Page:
Heterobilharzia: Liver & Intestinal Parasite of Dogs


    Last edited by Bob Pr.; 08-26-2010 at 01:08 PM. Reason: update
    Puff [YF, AKC field line (from competing HT/FT breeder) 62 lbs, dob: 8-'01]

    Bess [BF, AKC bench line (from competing show breeder) 55 lbs., 1967-1981] "Poor Bess, the Wonder Dog":
    http://forum.justlabradors.com/showt...?p=748#post748

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    Snowco Labradors's Avatar
    Snowco Labradors is offline Senior Member
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    How awful for Puff and you. I pray the treatment clears this up.

    Thank you for sharing this info.

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    Sams Mom is offline Senior Member
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    Interesting read. Thanks Bob. I'm sure this will make it to Canada sooner or later..........

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    Bob Pr. is offline Senior Member
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    I sent out the above information to all the people who attended our weekly LabFests in Topeka. I just received the following post from a person who used to attend those with 2 Labs. It sounds suspiciously like his Lab died of undiagnosed H.A. infection.

    Hi Bob, I haven’t talk to you in quite a while. This e-mail was painful, as we lost Jake about a month ago. The symptoms sound very similar. He was very lethargic, and wouldn’t eat, he had a temperature, and the blood test came back that he was anemic. Our vet said the symptoms look like it could be a blood disease he got from a tick bite, or it could be cancer. We had him on massive doses of anti-biotic, and then some steroids. We were buying liver and fish just for Jake to build up the blood count, but he was not interested in eating. He reminded me of when my dad was dying of Pancreatic cancer, it was almost like “leave me alone to die in peace”. I came home about a week after we started all this medicine, and found him laying in the back yard under his favorite shade tree, and it looks like he had just exploded inside, and everything bleed out thru the rectum. Two days before we took him in the first time, he was chewing up the deck, and eating bark and wood off of our woodpile. He knew something was in his gut, and was trying to scrape it out.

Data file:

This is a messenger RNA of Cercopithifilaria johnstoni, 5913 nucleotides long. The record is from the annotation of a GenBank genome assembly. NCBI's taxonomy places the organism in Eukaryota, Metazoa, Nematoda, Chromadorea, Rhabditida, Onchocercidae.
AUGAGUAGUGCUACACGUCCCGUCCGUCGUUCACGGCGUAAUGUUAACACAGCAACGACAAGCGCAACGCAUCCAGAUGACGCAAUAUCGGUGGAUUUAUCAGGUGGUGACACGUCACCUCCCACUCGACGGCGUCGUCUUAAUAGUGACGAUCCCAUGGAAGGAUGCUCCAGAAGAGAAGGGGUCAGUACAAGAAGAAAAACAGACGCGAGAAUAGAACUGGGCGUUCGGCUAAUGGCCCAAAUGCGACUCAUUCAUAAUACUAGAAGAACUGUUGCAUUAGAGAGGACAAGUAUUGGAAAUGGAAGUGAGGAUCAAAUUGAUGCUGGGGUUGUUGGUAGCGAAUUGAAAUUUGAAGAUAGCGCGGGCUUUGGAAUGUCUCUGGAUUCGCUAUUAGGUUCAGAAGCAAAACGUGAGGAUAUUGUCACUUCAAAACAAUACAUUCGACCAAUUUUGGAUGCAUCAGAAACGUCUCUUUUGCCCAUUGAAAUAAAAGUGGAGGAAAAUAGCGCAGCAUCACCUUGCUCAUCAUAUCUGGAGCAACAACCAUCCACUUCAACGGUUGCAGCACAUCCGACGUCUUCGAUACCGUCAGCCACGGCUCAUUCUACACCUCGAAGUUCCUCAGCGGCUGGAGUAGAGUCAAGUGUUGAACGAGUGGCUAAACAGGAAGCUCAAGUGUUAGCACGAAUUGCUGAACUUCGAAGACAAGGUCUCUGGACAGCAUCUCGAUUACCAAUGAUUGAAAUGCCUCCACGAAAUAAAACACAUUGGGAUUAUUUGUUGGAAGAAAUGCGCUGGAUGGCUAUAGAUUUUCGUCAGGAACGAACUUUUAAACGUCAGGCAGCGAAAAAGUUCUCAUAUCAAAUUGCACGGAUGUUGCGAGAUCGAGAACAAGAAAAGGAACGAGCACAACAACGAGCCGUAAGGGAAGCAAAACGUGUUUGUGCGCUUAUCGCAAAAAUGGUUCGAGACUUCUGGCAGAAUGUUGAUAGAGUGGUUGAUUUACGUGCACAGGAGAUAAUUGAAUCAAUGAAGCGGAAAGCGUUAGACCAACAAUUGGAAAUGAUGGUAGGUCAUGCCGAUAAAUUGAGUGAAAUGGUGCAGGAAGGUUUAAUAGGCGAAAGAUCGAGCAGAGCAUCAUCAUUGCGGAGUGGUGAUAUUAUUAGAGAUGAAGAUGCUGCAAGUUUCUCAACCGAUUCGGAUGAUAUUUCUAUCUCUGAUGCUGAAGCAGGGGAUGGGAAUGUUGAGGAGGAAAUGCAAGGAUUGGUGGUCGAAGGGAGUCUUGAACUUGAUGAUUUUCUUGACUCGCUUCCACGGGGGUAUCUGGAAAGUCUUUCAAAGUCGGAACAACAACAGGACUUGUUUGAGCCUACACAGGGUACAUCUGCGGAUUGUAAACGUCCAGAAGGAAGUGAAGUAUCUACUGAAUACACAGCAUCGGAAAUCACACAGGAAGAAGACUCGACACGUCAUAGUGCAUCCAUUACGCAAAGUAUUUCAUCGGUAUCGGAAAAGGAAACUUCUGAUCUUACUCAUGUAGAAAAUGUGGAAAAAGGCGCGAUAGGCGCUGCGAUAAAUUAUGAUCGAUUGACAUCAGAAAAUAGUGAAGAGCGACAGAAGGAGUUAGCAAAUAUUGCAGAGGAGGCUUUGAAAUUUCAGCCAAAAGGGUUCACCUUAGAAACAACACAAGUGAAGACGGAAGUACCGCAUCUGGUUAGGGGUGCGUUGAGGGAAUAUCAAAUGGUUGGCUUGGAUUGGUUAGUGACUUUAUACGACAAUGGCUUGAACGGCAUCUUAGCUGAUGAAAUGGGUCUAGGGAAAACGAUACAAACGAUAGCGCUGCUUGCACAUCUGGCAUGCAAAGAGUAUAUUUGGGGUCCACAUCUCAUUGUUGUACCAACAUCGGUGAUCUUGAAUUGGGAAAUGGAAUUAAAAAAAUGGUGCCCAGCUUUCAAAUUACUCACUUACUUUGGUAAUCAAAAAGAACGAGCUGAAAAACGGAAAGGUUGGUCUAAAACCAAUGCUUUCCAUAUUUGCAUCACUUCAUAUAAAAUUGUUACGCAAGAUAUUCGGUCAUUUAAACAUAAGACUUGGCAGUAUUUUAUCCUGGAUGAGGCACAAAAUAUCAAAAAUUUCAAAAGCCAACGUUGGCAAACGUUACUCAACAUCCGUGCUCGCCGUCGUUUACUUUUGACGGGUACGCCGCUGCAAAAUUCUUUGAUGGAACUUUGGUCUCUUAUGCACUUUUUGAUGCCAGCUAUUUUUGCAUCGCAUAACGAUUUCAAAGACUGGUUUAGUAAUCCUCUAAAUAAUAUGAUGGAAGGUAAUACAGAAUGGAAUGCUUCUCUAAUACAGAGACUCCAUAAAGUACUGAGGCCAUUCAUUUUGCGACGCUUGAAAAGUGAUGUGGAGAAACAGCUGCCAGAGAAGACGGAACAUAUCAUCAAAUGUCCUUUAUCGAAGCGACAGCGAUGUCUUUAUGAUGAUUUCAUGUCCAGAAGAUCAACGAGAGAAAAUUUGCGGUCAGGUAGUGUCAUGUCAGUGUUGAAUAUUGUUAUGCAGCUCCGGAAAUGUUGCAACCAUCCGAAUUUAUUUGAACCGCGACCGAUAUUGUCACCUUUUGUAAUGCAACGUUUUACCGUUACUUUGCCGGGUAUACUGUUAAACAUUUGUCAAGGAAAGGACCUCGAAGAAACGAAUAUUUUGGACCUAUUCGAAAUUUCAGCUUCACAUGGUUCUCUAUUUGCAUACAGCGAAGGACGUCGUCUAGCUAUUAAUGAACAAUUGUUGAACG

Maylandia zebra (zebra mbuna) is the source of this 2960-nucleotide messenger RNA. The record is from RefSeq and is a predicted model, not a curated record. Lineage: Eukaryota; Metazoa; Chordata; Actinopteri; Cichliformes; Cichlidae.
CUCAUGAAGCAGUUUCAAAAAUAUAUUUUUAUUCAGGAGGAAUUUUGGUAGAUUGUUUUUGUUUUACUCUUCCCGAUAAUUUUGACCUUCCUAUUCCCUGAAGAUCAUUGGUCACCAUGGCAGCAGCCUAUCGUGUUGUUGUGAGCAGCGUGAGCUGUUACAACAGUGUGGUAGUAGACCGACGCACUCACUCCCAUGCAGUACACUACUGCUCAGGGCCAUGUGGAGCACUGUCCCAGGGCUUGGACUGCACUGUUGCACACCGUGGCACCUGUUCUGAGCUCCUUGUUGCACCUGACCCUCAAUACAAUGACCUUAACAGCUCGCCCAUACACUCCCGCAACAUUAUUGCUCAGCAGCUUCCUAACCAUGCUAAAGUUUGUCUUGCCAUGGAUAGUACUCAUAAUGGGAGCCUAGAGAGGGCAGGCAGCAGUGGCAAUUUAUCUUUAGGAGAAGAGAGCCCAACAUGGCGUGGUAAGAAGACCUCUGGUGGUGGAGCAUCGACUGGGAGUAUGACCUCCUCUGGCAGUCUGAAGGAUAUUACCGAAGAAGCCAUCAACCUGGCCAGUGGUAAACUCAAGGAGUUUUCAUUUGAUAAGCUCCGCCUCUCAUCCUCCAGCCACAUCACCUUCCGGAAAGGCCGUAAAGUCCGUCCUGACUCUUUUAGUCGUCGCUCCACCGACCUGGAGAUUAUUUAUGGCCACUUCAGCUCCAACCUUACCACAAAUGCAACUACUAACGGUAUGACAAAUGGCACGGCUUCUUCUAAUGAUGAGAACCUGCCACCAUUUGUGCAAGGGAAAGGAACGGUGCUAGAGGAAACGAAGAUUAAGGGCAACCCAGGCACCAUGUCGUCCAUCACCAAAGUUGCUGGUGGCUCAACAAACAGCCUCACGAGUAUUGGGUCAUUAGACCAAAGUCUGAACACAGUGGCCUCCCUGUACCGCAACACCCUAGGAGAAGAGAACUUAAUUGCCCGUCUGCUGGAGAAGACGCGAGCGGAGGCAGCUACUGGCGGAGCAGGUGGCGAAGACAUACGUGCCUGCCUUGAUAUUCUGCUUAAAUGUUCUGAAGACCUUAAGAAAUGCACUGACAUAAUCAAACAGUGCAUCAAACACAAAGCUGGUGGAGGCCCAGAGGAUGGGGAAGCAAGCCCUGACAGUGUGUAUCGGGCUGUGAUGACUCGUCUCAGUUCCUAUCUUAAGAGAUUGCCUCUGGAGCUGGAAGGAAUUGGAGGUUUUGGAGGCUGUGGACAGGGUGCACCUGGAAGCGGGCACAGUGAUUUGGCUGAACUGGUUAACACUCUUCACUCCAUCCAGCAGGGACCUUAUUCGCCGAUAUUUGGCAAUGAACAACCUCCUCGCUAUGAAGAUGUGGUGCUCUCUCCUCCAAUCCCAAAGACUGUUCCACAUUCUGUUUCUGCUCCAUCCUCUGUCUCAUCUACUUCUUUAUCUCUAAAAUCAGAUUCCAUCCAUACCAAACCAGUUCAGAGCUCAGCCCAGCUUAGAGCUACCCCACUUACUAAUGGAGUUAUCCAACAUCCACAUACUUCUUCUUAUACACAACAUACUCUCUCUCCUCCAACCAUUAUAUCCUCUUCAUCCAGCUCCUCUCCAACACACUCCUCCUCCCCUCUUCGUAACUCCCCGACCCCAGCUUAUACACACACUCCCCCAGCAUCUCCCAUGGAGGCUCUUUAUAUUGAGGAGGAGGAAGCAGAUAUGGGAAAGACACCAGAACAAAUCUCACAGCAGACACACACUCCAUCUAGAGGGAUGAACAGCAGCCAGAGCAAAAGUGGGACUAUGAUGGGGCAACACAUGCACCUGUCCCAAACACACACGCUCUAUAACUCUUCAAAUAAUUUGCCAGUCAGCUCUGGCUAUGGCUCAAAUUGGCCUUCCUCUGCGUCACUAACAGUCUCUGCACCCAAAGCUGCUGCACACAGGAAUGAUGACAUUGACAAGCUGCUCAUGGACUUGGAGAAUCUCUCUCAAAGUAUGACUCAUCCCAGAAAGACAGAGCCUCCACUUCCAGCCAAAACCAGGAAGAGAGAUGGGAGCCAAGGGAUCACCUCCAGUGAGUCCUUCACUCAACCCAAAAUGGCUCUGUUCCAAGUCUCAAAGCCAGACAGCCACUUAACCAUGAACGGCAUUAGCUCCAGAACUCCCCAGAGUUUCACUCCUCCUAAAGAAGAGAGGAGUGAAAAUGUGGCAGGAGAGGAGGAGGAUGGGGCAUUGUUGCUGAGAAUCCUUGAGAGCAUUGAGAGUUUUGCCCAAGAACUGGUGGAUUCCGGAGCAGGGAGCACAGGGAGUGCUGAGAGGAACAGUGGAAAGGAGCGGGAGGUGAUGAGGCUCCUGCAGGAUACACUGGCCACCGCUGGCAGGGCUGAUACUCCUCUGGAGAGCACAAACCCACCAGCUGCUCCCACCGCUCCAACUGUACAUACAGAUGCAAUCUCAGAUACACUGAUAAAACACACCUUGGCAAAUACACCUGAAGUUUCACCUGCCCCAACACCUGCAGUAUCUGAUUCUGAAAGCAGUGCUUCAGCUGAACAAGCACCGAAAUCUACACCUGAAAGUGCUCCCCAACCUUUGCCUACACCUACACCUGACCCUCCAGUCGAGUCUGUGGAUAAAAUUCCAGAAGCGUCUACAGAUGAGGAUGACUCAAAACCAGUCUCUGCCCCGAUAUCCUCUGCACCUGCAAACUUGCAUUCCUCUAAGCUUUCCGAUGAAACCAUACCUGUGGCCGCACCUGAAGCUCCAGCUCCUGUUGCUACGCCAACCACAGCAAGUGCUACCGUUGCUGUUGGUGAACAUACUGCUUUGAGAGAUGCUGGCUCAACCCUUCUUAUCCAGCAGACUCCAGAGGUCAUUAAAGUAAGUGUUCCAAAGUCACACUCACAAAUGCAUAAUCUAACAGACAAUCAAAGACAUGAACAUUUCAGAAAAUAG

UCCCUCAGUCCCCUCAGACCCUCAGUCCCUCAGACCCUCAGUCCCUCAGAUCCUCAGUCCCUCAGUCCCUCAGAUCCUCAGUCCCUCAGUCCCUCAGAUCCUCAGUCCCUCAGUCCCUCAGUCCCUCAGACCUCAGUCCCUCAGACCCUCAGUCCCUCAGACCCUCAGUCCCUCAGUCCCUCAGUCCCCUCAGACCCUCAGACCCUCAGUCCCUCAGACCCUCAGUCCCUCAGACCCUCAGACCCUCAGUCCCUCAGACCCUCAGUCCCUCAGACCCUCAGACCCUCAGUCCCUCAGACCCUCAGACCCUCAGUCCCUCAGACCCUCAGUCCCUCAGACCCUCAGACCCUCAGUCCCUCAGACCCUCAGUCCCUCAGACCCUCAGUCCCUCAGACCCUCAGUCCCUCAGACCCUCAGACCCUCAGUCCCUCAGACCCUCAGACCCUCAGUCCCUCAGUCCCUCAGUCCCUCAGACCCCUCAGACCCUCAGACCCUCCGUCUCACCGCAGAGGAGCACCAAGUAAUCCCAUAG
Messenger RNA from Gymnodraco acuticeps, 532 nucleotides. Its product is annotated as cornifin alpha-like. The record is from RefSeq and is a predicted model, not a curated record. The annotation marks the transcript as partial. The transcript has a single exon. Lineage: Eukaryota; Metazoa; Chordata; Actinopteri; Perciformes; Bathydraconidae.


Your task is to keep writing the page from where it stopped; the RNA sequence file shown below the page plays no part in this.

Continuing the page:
I am going to forward this to my vet, maybe it will help the next time. I wonder if there is a pill they can take to prevent this, like heartworm pills. Sid was in the same mud puddles as Jake, but so far he shows no sign of problems. -- Larry


    (FWIW -- There is no pill so far. -- Bob Pr.)

    Last edited by Bob Pr.; 05-17-2010 at 03:39 PM.
    Puff [YF, AKC field line (from competing HT/FT breeder) 62 lbs, dob: 8-'01]

    Bess [BF, AKC bench line (from competing show breeder) 55 lbs., 1967-1981] "Poor Bess, the Wonder Dog":
    http://forum.justlabradors.com/showt...?p=748#post748

  5. #5
    SarahJN is offline Member
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    Thanks for this info - I'm glad Puff came through.
    This is pretty important, as we all know how much labs love water - well, Millie does, until her head goes under